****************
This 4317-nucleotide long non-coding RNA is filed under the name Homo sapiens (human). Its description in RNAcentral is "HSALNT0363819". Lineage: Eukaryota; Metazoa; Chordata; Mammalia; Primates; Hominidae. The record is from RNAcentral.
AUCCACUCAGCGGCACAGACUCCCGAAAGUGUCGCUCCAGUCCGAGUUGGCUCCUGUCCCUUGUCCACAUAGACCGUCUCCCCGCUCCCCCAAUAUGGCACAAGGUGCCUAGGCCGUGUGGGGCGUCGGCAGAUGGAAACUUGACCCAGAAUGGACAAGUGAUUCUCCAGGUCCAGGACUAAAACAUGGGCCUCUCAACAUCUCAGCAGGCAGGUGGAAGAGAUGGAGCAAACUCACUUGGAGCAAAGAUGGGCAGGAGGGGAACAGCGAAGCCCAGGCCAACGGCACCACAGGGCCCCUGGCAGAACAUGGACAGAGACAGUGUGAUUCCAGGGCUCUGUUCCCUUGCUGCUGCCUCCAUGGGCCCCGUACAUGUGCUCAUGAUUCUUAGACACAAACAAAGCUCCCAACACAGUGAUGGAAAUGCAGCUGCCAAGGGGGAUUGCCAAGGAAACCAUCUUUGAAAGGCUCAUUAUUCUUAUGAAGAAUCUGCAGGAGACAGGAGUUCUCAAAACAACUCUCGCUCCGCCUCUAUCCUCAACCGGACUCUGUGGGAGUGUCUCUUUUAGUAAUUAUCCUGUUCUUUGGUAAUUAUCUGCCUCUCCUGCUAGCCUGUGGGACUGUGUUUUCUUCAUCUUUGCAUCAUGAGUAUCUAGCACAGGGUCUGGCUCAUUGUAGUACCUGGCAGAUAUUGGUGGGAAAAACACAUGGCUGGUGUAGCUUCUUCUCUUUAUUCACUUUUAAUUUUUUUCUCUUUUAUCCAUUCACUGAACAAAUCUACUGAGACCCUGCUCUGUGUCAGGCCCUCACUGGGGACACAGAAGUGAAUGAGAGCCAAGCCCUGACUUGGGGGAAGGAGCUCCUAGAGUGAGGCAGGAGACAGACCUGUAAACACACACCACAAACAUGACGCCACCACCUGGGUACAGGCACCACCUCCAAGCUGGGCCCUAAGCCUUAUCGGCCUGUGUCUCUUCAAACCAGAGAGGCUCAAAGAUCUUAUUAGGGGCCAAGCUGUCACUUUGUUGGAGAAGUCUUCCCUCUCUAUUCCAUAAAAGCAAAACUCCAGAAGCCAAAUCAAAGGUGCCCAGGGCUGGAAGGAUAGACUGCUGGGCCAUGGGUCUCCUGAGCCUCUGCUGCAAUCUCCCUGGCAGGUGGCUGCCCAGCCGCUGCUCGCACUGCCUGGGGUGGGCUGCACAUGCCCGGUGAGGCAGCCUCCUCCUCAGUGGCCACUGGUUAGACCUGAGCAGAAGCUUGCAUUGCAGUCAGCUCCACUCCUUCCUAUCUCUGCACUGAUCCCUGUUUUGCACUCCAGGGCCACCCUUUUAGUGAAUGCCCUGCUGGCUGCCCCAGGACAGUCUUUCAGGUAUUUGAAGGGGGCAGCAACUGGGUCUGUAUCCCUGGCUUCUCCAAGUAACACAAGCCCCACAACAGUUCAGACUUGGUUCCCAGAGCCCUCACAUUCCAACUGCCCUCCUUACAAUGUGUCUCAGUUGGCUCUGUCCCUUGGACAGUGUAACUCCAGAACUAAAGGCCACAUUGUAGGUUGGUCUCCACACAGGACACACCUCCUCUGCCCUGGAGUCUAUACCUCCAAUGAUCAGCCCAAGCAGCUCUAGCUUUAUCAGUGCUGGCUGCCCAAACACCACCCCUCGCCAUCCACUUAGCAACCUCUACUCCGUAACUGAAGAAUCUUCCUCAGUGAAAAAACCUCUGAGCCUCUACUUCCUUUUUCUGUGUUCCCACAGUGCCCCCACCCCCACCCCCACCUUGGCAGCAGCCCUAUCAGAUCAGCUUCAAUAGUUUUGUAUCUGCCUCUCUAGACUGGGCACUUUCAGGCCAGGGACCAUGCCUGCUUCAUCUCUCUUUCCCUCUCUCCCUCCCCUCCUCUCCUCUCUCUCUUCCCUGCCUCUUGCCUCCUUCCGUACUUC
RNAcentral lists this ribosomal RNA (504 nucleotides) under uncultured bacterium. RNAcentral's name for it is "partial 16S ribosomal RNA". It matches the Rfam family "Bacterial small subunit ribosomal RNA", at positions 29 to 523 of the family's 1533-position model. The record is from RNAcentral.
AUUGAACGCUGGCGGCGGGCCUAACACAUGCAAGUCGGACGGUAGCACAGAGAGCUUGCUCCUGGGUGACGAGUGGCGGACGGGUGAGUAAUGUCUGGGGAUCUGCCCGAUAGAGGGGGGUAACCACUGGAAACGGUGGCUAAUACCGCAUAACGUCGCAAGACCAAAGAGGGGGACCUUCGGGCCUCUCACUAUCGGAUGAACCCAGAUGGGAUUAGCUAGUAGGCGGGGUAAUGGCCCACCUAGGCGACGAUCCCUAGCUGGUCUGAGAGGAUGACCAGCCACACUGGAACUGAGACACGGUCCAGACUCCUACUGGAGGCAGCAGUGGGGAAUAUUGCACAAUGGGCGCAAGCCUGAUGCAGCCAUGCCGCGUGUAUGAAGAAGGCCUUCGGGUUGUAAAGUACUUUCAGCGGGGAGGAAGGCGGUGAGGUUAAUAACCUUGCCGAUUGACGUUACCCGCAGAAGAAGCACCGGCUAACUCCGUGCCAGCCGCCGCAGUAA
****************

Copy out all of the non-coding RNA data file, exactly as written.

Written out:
This 4317-nucleotide long non-coding RNA is filed under the name Homo sapiens (human). Its description in RNAcentral is "HSALNT0363819". Lineage: Eukaryota; Metazoa; Chordata; Mammalia; Primates; Hominidae. The record is from RNAcentral.
AUCCACUCAGCGGCACAGACUCCCGAAAGUGUCGCUCCAGUCCGAGUUGGCUCCUGUCCCUUGUCCACAUAGACCGUCUCCCCGCUCCCCCAAUAUGGCACAAGGUGCCUAGGCCGUGUGGGGCGUCGGCAGAUGGAAACUUGACCCAGAAUGGACAAGUGAUUCUCCAGGUCCAGGACUAAAACAUGGGCCUCUCAACAUCUCAGCAGGCAGGUGGAAGAGAUGGAGCAAACUCACUUGGAGCAAAGAUGGGCAGGAGGGGAACAGCGAAGCCCAGGCCAACGGCACCACAGGGCCCCUGGCAGAACAUGGACAGAGACAGUGUGAUUCCAGGGCUCUGUUCCCUUGCUGCUGCCUCCAUGGGCCCCGUACAUGUGCUCAUGAUUCUUAGACACAAACAAAGCUCCCAACACAGUGAUGGAAAUGCAGCUGCCAAGGGGGAUUGCCAAGGAAACCAUCUUUGAAAGGCUCAUUAUUCUUAUGAAGAAUCUGCAGGAGACAGGAGUUCUCAAAACAACUCUCGCUCCGCCUCUAUCCUCAACCGGACUCUGUGGGAGUGUCUCUUUUAGUAAUUAUCCUGUUCUUUGGUAAUUAUCUGCCUCUCCUGCUAGCCUGUGGGACUGUGUUUUCUUCAUCUUUGCAUCAUGAGUAUCUAGCACAGGGUCUGGCUCAUUGUAGUACCUGGCAGAUAUUGGUGGGAAAAACACAUGGCUGGUGUAGCUUCUUCUCUUUAUUCACUUUUAAUUUUUUUCUCUUUUAUCCAUUCACUGAACAAAUCUACUGAGACCCUGCUCUGUGUCAGGCCCUCACUGGGGACACAGAAGUGAAUGAGAGCCAAGCCCUGACUUGGGGGAAGGAGCUCCUAGAGUGAGGCAGGAGACAGACCUGUAAACACACACCACAAACAUGACGCCACCACCUGGGUACAGGCACCACCUCCAAGCUGGGCCCUAAGCCUUAUCGGCCUGUGUCUCUUCAAACCAGAGAGGCUCAAAGAUCUUAUUAGGGGCCAAGCUGUCACUUUGUUGGAGAAGUCUUCCCUCUCUAUUCCAUAAAAGCAAAACUCCAGAAGCCAAAUCAAAGGUGCCCAGGGCUGGAAGGAUAGACUGCUGGGCCAUGGGUCUCCUGAGCCUCUGCUGCAAUCUCCCUGGCAGGUGGCUGCCCAGCCGCUGCUCGCACUGCCUGGGGUGGGCUGCACAUGCCCGGUGAGGCAGCCUCCUCCUCAGUGGCCACUGGUUAGACCUGAGCAGAAGCUUGCAUUGCAGUCAGCUCCACUCCUUCCUAUCUCUGCACUGAUCCCUGUUUUGCACUCCAGGGCCACCCUUUUAGUGAAUGCCCUGCUGGCUGCCCCAGGACAGUCUUUCAGGUAUUUGAAGGGGGCAGCAACUGGGUCUGUAUCCCUGGCUUCUCCAAGUAACACAAGCCCCACAACAGUUCAGACUUGGUUCCCAGAGCCCUCACAUUCCAACUGCCCUCCUUACAAUGUGUCUCAGUUGGCUCUGUCCCUUGGACAGUGUAACUCCAGAACUAAAGGCCACAUUGUAGGUUGGUCUCCACACAGGACACACCUCCUCUGCCCUGGAGUCUAUACCUCCAAUGAUCAGCCCAAGCAGCUCUAGCUUUAUCAGUGCUGGCUGCCCAAACACCACCCCUCGCCAUCCACUUAGCAACCUCUACUCCGUAACUGAAGAAUCUUCCUCAGUGAAAAAACCUCUGAGCCUCUACUUCCUUUUUCUGUGUUCCCACAGUGCCCCCACCCCCACCCCCACCUUGGCAGCAGCCCUAUCAGAUCAGCUUCAAUAGUUUUGUAUCUGCCUCUCUAGACUGGGCACUUUCAGGCCAGGGACCAUGCCUGCUUCAUCUCUCUUUCCCUCUCUCCCUCCCCUCCUCUCCUCUCUCUCUUCCCUGCCUCUUGCCUCCUUCCGUACUUC
RNAcentral lists this ribosomal RNA (504 nucleotides) under uncultured bacterium. RNAcentral's name for it is "partial 16S ribosomal RNA". It matches the Rfam family "Bacterial small subunit ribosomal RNA", at positions 29 to 523 of the family's 1533-position model. The record is from RNAcentral.
AUUGAACGCUGGCGGCGGGCCUAACACAUGCAAGUCGGACGGUAGCACAGAGAGCUUGCUCCUGGGUGACGAGUGGCGGACGGGUGAGUAAUGUCUGGGGAUCUGCCCGAUAGAGGGGGGUAACCACUGGAAACGGUGGCUAAUACCGCAUAACGUCGCAAGACCAAAGAGGGGGACCUUCGGGCCUCUCACUAUCGGAUGAACCCAGAUGGGAUUAGCUAGUAGGCGGGGUAAUGGCCCACCUAGGCGACGAUCCCUAGCUGGUCUGAGAGGAUGACCAGCCACACUGGAACUGAGACACGGUCCAGACUCCUACUGGAGGCAGCAGUGGGGAAUAUUGCACAAUGGGCGCAAGCCUGAUGCAGCCAUGCCGCGUGUAUGAAGAAGGCCUUCGGGUUGUAAAGUACUUUCAGCGGGGAGGAAGGCGGUGAGGUUAAUAACCUUGCCGAUUGACGUUACCCGCAGAAGAAGCACCGGCUAACUCCGUGCCAGCCGCCGCAGUAA